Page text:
Time Crisis Arcade Machine
Time Crisis arcade machine was originally released in 1995 and is a singularly beloved on-rails-shooter by fans of the genre. It therefore undoubtedly added a huge element of interactivity for this kind of game employing a cover system, allowing players to duck behind objects via a pedal being released.
However you can’t simply loiter behind cover all day as there’s a timer counting down, thereby forcing the player to be more Clint Eastwood than C-3PO. Time additions are gained by shooting enemies quicly and moving onto the next area.
So how would you play Time Crisis Arcade today?
Well there are cabinets dotted around, although our media and Elite editions plays the game admirably. Graphics can be upscaled to HD which brings the game into the modern era. But lets not forget, our machines can play a whole host of light gun games from Operation Wolf to Confidential mission- our plug and play light guns won’t let you down in a firefight or accuracy.
Bespoke Arcades Premium Machines
With a 20″ screen this is a solid, compact arcade machine which will fit into any nook, absolutely perfect for some light gun gaming. Simply plug them in via the convenient front mounted USB ports and shoot away.
The larger brother of the Apex, sporting a 28″ display which makes shooting games an epic thrill. The widescreen makes the more modern shooters on systems like Naomi and Atomiswave feel right at home.
The ultimate way to play your gun games. The vast 32″ screen is the largest in the Bespoke Arcades family. Playing light gun games is the icing on the cake if you have one of these beasts in your games room or office.
The GunCon Light Gun
The original gun used special circuitry to pinpoint the position of the gun in relation to the screen. Lastly there was also recoil which is an option we offer in our light gun upgrades.
This now iconic light gun was subsequently first used in Point Blank. Our light guns are also based on the original GunCon so feels familiar to use.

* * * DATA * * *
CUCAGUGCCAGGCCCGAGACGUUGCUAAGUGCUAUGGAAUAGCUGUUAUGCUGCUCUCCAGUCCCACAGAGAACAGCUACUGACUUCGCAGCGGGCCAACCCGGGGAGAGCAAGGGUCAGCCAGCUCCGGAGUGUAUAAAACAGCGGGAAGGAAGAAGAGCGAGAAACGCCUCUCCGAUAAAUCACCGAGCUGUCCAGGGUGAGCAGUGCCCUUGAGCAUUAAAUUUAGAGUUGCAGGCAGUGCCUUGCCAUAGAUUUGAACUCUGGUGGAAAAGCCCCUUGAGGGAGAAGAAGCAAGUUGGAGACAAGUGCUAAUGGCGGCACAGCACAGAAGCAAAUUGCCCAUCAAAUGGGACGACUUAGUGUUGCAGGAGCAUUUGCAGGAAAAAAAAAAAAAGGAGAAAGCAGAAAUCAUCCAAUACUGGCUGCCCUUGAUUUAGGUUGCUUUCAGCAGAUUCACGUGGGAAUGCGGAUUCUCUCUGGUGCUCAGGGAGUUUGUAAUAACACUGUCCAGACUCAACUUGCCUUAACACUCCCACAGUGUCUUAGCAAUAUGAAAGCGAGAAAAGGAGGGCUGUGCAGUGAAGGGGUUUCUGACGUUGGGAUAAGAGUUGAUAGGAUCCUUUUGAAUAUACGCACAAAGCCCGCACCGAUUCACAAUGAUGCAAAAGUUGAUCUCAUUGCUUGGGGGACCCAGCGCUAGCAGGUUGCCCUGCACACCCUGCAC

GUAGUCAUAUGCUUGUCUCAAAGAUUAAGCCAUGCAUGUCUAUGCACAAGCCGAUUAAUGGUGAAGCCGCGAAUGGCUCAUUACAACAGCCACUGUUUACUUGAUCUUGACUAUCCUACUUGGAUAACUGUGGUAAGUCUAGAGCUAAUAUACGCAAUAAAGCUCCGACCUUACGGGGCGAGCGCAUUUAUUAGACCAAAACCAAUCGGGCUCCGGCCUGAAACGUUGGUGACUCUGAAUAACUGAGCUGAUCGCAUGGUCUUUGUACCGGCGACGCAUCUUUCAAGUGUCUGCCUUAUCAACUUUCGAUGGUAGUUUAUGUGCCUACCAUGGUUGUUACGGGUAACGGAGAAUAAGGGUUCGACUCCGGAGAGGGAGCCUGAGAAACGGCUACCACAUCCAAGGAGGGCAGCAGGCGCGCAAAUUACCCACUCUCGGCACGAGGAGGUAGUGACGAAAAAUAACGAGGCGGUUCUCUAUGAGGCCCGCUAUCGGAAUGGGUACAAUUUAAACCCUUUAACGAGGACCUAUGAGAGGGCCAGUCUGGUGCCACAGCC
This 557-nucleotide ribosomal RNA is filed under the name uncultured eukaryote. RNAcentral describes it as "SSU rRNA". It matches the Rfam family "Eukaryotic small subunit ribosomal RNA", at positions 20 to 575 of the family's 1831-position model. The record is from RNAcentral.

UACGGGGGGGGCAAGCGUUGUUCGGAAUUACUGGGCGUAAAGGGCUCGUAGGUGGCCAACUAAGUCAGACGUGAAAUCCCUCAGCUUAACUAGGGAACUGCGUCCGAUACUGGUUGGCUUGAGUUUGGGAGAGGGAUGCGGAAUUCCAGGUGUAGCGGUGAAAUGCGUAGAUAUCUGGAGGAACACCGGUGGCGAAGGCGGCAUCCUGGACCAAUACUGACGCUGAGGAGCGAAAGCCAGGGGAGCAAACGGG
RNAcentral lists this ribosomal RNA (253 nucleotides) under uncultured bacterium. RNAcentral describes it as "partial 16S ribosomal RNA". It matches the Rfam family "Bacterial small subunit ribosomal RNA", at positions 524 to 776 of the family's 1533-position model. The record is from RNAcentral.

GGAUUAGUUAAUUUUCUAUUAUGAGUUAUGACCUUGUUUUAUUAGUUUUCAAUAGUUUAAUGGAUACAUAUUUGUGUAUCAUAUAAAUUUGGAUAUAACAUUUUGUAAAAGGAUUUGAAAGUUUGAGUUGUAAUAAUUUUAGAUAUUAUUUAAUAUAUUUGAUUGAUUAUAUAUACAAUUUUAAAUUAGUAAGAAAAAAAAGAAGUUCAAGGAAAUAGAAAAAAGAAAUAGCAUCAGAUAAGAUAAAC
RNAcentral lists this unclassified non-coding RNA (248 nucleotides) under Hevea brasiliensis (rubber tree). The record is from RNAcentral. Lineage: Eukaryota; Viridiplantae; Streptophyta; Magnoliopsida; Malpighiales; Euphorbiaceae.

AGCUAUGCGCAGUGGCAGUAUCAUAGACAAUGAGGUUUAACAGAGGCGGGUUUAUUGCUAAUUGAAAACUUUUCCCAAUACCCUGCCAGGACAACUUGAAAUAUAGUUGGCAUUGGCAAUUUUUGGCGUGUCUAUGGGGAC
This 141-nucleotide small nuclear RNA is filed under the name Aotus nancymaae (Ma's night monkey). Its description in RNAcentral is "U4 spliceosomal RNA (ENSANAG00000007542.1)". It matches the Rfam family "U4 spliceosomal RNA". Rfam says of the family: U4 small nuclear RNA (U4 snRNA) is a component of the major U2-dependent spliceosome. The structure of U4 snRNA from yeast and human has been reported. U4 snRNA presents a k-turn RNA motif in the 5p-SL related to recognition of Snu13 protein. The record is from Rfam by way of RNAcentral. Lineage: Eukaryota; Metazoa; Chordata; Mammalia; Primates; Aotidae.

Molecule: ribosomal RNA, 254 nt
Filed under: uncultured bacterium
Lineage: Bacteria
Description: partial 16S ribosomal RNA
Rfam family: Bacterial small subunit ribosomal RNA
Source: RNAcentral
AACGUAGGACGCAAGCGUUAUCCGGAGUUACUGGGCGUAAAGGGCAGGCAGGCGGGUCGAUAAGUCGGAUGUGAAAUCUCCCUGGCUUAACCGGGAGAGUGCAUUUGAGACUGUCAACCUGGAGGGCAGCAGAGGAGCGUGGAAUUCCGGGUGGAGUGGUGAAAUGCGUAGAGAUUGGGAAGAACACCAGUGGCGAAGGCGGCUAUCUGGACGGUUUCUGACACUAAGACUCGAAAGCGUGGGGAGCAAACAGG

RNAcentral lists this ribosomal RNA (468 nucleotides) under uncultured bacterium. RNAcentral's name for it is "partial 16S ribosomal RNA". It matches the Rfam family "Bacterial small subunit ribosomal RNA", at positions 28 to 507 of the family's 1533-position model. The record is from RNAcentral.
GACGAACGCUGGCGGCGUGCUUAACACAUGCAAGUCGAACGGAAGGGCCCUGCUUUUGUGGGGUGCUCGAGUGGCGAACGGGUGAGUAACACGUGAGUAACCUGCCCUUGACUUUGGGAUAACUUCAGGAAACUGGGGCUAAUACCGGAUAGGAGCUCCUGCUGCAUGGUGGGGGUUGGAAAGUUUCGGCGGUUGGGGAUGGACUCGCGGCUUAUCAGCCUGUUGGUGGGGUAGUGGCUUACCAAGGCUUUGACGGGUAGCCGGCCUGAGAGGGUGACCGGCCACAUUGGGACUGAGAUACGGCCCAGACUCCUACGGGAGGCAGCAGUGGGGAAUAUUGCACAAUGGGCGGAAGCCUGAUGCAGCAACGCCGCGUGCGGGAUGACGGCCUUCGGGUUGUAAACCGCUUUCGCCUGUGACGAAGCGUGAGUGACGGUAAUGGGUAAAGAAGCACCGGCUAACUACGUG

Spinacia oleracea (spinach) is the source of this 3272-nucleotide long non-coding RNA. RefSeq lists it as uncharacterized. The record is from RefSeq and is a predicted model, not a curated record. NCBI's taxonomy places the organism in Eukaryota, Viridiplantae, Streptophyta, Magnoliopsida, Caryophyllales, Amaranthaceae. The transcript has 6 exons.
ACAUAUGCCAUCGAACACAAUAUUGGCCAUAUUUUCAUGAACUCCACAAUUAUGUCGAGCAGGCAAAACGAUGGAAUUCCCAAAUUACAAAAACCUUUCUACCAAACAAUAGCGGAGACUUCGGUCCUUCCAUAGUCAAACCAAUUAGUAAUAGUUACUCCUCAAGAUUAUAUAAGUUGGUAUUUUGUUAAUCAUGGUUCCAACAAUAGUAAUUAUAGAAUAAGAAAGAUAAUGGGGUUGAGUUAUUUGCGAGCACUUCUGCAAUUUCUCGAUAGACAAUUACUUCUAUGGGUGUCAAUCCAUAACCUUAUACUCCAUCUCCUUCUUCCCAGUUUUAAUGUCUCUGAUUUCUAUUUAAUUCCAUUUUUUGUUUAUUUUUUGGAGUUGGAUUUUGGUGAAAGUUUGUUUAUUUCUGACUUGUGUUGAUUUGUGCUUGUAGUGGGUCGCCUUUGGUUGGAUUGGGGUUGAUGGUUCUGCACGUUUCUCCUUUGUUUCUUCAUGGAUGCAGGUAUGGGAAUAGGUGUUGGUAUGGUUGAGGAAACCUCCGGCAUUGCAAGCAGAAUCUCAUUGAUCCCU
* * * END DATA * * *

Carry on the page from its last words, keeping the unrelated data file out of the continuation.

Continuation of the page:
The Namco System 22 Board
If anyone is a certain age and was an arcade fan in London, they would all obviously remember Funland at Leicester Square’s Trocadero. Without a doubt they had the latest and greatest arcade machines. One personal favourite was the R360 After Burner game where I hung upside down most of the time. The other was Namco’s Ridge Racer featuring a full scale car. However the original standard machine cost $12,000 and was released in 1993, this Mazda MX5 twin seated racing game was the first mass market released game using the System 22 Board.
This hardware was developed in conjunction with Evans and Sutherland who were on the cutting edge of graphics technology at the time. It had capabilities which could clearly elevate 3D gaming exponentially. Like texture mapping, tranparency and much more, affording Namco the framework to subsequently push into next generation gaming which we all know and love today.
Incidentally, the first System 22 game was a little known title called Sim Drive which is generally known as the prototype for Ridge Racer featuring the same car but was only released in Japan. Taken for granted now but was considered truly revolutionary thanks to using textured 3D graphics for the first time.
Like Time Crisis, this game was unquestionably pivotal in the original Playstation’s success, bringing true cutting edge arcade gaming to the home.
Not only was The Time Crisis Arcade machine a true hit in arcades but was a flagship Playstation title released with the launch of the GunCon light gun. This version also features a side story mode. Multiple routes are accessed depending on the player’s skill taking out the bad guys. Subsequently this version is a great alternative to the arcade original as the extra mission is awesome. The graphics are a tad lo-fi but the satisfaction of shooting baddies with one shot easily compensates.